# Argue that if a sentence has a proof, then it is a tautology

This is a corollary of the soundness theorem, which states that for a set of formulas $\Phi$ (of propositional logic) and a formula $\alpha$ : $$\Phi\vdash\alpha\Longrightarrow\Phi\vDash\alpha$$ What I'm trying to show is the case where $\Phi=\emptyset$, i.e. that if $\alpha$ is a proof then it must be a tautology, but without applying the soundness theorem directly.

A proof for the soundness theorem could go like this: let $\Phi\vdash\phi$, then there is a deduction $\phi_1,\ldots,\phi_n$ from $\Phi$ of $\alpha=\phi_n$. Each $\phi_k$ of the deduction is either a tautology, a member of $\Phi$ or the result of Modus Ponens of two previous $\phi_i$ and $\phi_j$. We can then show by strong induction on $k$ that $\Phi\vDash\phi_k$.

However, I don't quite see how we could apply this scheme to the case $\Phi=\emptyset$. Any idea? Or another way of showing it?

• $\vdash \phi$ means that : there is a sequence of formulae such that the last formula is $\phi$ and that each formula in the sequence is a logical axiom or is derived from previous formulae in the sequence by modus ponens. So you have to apply induction on the derivation proving that (i) every log ax is a tautology and (ii) an application of mp preserves "tautologuesness". – Mauro ALLEGRANZA May 10 '15 at 9:34
• Thanks @MauroALLEGRANZA, that answers my question - if you type it up as answer, you'll get my vote :) As I said in my comment to Bruno below, I'm aware of the abbreviation you mention, and of the so-called "weak soundness" theorem. I was just wondering if we could apply the same sketch of proof as for the "strong" soundness theorem, and you cleared that up for me. Thanks! – Demosthene May 10 '15 at 23:27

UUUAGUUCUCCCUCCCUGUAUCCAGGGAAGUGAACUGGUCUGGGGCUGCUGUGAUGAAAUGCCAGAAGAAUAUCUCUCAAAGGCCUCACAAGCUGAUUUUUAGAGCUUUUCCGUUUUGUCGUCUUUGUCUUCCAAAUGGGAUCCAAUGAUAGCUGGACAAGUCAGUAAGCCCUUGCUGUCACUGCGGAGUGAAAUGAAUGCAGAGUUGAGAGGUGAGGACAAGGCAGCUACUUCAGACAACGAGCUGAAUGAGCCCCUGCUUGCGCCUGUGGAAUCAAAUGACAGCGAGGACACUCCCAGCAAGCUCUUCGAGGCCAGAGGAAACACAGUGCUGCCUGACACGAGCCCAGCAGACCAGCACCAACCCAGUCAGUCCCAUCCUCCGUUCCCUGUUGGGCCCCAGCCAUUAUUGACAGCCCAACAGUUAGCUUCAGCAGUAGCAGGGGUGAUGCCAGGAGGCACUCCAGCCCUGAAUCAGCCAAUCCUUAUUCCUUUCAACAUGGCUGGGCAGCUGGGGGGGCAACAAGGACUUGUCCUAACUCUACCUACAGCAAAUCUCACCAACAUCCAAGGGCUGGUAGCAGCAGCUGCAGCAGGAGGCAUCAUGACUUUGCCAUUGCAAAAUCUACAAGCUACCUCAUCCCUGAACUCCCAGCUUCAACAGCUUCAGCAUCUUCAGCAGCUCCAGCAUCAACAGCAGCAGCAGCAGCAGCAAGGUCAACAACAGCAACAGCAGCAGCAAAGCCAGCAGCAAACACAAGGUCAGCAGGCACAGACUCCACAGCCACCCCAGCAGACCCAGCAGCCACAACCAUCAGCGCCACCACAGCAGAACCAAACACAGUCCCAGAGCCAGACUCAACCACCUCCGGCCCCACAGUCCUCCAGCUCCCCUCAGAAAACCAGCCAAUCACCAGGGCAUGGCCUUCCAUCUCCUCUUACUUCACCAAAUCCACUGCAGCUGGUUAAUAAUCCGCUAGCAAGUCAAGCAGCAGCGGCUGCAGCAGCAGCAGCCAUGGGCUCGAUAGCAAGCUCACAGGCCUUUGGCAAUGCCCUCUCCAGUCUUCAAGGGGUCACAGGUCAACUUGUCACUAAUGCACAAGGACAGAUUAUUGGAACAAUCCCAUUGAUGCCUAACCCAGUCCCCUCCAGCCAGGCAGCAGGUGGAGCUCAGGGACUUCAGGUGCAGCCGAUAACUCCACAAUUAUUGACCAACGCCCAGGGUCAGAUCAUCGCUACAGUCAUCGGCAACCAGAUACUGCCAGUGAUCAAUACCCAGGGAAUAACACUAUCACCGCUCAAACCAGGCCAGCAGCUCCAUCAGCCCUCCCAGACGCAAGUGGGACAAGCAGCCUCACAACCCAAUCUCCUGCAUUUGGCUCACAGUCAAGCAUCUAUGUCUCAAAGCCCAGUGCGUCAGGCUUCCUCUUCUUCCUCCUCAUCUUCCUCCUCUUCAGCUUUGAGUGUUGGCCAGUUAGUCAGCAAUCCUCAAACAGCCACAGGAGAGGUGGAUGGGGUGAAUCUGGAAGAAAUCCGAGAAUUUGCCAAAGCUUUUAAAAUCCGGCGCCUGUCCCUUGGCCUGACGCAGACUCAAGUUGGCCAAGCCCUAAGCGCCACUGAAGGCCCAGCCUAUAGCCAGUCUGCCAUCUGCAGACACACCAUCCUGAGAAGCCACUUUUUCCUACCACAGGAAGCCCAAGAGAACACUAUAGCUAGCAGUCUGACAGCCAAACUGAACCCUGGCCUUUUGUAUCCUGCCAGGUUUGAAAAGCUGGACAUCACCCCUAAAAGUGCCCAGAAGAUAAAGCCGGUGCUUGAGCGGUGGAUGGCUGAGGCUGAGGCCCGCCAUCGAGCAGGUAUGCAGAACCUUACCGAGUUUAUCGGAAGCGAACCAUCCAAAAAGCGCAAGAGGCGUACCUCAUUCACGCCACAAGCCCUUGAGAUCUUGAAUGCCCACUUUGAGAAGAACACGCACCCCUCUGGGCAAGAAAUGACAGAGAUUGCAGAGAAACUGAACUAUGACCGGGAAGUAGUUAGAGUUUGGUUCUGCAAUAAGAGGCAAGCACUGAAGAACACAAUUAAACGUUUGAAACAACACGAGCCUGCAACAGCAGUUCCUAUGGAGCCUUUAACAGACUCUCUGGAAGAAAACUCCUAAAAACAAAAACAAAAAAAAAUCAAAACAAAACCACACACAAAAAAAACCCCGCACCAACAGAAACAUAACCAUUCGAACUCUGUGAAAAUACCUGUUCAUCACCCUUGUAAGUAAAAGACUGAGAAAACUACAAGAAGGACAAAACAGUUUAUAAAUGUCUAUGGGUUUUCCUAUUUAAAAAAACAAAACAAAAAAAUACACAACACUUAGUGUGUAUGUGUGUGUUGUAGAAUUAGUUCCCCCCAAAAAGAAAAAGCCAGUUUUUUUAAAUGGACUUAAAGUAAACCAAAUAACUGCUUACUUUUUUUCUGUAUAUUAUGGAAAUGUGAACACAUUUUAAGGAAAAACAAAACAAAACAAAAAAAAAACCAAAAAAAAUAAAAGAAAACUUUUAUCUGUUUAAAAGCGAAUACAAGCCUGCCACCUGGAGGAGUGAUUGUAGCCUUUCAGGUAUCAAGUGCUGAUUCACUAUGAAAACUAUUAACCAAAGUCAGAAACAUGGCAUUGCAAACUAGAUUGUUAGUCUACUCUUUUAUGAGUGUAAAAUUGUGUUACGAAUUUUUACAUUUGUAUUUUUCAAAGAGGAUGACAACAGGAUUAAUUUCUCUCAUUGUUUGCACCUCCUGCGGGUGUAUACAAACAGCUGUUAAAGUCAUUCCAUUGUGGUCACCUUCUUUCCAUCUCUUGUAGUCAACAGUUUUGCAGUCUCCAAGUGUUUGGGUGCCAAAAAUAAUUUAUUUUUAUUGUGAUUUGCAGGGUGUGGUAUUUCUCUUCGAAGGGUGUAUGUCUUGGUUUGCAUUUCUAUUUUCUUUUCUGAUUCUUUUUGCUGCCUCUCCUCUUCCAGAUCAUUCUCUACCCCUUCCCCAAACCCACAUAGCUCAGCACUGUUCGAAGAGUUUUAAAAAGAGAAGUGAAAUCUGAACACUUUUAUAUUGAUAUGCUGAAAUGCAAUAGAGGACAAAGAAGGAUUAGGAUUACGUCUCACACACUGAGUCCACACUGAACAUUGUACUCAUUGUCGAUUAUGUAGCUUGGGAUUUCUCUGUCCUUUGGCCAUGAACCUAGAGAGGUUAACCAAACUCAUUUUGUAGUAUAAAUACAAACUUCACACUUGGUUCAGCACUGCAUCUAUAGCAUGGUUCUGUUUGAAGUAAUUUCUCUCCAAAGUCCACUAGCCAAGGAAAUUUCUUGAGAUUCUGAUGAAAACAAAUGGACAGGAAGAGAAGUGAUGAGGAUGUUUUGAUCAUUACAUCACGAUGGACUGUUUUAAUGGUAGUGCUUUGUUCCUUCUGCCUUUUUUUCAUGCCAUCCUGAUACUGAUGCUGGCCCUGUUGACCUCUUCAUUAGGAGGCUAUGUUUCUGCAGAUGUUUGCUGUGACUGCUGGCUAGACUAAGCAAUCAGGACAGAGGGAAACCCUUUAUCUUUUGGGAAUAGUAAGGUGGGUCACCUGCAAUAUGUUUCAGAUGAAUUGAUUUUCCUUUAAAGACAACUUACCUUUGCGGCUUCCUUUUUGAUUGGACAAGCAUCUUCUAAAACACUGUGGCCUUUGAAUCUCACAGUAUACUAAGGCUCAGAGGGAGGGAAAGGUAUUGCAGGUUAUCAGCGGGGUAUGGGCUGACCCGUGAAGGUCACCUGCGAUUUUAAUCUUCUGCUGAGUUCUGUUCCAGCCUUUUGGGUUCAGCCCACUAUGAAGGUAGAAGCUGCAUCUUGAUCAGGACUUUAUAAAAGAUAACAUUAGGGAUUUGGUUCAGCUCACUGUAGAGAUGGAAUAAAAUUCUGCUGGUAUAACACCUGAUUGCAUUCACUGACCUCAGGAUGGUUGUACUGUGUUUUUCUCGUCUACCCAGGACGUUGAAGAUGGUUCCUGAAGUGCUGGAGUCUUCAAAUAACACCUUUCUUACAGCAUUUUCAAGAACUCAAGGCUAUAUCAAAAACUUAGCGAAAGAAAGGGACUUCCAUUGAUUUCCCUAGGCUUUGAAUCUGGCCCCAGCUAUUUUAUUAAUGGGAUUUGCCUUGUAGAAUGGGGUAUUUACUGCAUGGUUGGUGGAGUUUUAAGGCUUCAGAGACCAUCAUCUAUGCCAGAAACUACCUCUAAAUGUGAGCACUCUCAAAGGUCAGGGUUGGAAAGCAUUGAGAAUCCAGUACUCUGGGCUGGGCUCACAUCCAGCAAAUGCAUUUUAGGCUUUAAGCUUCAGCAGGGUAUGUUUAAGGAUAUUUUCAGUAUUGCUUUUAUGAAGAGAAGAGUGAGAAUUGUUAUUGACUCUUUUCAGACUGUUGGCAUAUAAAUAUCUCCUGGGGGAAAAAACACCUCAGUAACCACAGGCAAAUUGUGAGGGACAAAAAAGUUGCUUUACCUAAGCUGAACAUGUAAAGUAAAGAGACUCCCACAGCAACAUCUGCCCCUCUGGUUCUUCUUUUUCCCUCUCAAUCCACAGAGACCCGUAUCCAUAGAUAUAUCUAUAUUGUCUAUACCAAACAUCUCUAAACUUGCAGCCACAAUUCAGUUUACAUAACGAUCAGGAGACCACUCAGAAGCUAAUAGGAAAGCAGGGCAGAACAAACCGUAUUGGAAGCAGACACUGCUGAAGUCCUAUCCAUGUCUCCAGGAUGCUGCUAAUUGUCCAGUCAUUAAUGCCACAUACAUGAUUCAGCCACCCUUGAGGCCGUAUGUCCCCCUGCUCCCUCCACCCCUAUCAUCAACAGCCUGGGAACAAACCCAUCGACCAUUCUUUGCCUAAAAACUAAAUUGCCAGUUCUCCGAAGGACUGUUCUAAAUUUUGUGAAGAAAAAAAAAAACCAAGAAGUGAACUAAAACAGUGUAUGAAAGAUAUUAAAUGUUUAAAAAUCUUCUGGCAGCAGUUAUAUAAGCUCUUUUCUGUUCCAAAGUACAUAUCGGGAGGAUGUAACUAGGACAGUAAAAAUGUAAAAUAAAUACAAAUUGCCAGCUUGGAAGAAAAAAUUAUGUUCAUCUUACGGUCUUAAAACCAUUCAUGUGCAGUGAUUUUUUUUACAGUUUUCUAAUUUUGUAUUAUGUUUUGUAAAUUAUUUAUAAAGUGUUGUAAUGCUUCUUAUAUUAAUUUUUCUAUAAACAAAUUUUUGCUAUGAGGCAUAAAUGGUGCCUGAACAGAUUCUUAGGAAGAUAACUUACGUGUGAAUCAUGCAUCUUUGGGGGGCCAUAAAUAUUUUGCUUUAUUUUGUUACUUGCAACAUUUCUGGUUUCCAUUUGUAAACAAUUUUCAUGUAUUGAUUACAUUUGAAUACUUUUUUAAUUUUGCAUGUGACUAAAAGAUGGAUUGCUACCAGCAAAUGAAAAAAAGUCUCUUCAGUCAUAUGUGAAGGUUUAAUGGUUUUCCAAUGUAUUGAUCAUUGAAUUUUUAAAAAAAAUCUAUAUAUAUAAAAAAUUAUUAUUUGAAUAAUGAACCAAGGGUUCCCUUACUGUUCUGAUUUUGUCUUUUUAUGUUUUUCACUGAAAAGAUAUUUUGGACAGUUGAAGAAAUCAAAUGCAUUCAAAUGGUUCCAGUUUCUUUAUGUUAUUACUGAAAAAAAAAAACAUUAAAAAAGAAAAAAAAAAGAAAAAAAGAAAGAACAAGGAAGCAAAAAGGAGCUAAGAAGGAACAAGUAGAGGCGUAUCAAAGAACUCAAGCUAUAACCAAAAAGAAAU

If we agree that "to have a proof of $\alpha$", i.e. $\vdash \alpha$, means :

there is a sequence of formulae $\phi_1, \ldots, \phi_n$ such that $\alpha=\phi_n$ and that formula in the sequence is a logical axiom or is derived from previous formulae in the sequence by modus ponens,

this amounts to the "special case" of derivation from assumptions : $\Phi \vdash \alpha$ with $\Phi=\emptyset$.

So, to prove the desired result, we have to apply induction on the derivation showing that :

(i) every logical axioms is a tautology, and

(ii) an application of modus ponens preserves "tautologuesness".

In conclusion, the proof is basically the same we have for the general case : we have only to "skip" from the induction the part : "... or is a member of $\Phi$".